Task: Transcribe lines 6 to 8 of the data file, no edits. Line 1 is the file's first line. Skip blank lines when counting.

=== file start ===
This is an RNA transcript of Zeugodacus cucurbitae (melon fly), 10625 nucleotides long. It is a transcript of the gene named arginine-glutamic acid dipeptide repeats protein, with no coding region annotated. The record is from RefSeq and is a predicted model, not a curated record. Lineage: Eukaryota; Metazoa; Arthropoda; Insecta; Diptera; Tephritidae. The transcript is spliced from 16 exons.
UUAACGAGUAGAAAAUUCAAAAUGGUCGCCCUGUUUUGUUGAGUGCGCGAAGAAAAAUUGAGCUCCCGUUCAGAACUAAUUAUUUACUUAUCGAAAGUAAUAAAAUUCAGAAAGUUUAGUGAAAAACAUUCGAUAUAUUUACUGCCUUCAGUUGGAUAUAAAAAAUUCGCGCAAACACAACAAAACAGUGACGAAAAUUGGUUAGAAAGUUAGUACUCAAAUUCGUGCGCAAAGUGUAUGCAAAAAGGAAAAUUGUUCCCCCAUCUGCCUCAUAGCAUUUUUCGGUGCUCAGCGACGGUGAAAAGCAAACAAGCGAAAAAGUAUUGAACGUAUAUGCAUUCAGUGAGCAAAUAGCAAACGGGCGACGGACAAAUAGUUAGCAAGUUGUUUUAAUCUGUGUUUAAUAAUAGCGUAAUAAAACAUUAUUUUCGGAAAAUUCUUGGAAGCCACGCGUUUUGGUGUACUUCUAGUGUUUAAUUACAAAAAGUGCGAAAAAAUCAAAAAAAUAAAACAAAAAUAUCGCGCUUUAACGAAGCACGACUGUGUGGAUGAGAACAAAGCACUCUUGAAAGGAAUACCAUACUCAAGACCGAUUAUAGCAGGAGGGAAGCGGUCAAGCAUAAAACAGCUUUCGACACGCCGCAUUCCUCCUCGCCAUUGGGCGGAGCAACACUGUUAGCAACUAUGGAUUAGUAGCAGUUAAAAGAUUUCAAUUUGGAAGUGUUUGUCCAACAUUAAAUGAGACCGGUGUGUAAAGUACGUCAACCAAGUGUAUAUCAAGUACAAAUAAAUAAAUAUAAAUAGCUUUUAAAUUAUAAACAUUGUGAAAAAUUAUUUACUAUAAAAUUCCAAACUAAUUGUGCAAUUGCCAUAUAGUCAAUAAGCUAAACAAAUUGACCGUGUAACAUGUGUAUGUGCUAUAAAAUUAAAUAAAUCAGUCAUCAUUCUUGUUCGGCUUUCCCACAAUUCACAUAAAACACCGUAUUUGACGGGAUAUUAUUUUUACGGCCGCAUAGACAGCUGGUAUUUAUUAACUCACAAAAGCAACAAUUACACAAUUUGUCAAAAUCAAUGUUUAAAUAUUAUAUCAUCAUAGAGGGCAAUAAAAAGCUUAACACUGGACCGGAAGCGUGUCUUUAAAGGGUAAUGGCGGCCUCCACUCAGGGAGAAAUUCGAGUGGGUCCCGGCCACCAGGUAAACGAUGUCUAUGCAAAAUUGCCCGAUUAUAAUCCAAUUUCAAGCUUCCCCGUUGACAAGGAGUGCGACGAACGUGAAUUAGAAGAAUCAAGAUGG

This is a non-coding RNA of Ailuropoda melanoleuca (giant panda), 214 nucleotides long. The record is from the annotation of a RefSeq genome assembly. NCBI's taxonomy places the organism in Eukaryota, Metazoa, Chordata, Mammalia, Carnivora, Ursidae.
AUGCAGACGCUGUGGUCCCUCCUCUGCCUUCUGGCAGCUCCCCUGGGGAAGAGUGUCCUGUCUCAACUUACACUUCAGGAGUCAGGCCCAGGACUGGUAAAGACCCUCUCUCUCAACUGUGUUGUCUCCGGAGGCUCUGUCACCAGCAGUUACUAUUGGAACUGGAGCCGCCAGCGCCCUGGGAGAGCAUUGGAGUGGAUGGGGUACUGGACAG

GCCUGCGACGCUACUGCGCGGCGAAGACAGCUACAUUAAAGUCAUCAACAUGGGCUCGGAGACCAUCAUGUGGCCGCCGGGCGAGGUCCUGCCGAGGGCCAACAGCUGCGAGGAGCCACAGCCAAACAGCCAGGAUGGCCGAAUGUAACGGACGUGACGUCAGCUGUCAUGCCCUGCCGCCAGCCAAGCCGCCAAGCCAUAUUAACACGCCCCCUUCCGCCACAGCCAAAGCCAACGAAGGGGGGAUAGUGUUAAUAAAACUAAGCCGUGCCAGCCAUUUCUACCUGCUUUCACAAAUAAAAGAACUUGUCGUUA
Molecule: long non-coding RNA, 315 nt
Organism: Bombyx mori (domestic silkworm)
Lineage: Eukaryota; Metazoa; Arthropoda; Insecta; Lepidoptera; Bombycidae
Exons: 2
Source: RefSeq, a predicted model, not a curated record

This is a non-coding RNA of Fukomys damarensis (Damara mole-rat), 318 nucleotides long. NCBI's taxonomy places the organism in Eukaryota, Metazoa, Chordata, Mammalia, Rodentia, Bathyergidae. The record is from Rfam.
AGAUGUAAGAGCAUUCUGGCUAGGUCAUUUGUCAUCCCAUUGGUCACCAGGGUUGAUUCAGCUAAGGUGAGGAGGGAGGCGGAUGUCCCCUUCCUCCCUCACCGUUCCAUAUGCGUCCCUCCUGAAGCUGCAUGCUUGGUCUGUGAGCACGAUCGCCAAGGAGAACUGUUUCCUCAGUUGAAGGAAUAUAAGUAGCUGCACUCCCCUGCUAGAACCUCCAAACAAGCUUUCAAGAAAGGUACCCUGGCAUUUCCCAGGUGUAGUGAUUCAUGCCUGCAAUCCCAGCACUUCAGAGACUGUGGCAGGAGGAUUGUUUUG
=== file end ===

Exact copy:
Molecule: long non-coding RNA, 315 nt
Organism: Bombyx mori (domestic silkworm)
Lineage: Eukaryota; Metazoa; Arthropoda; Insecta; Lepidoptera; Bombycidae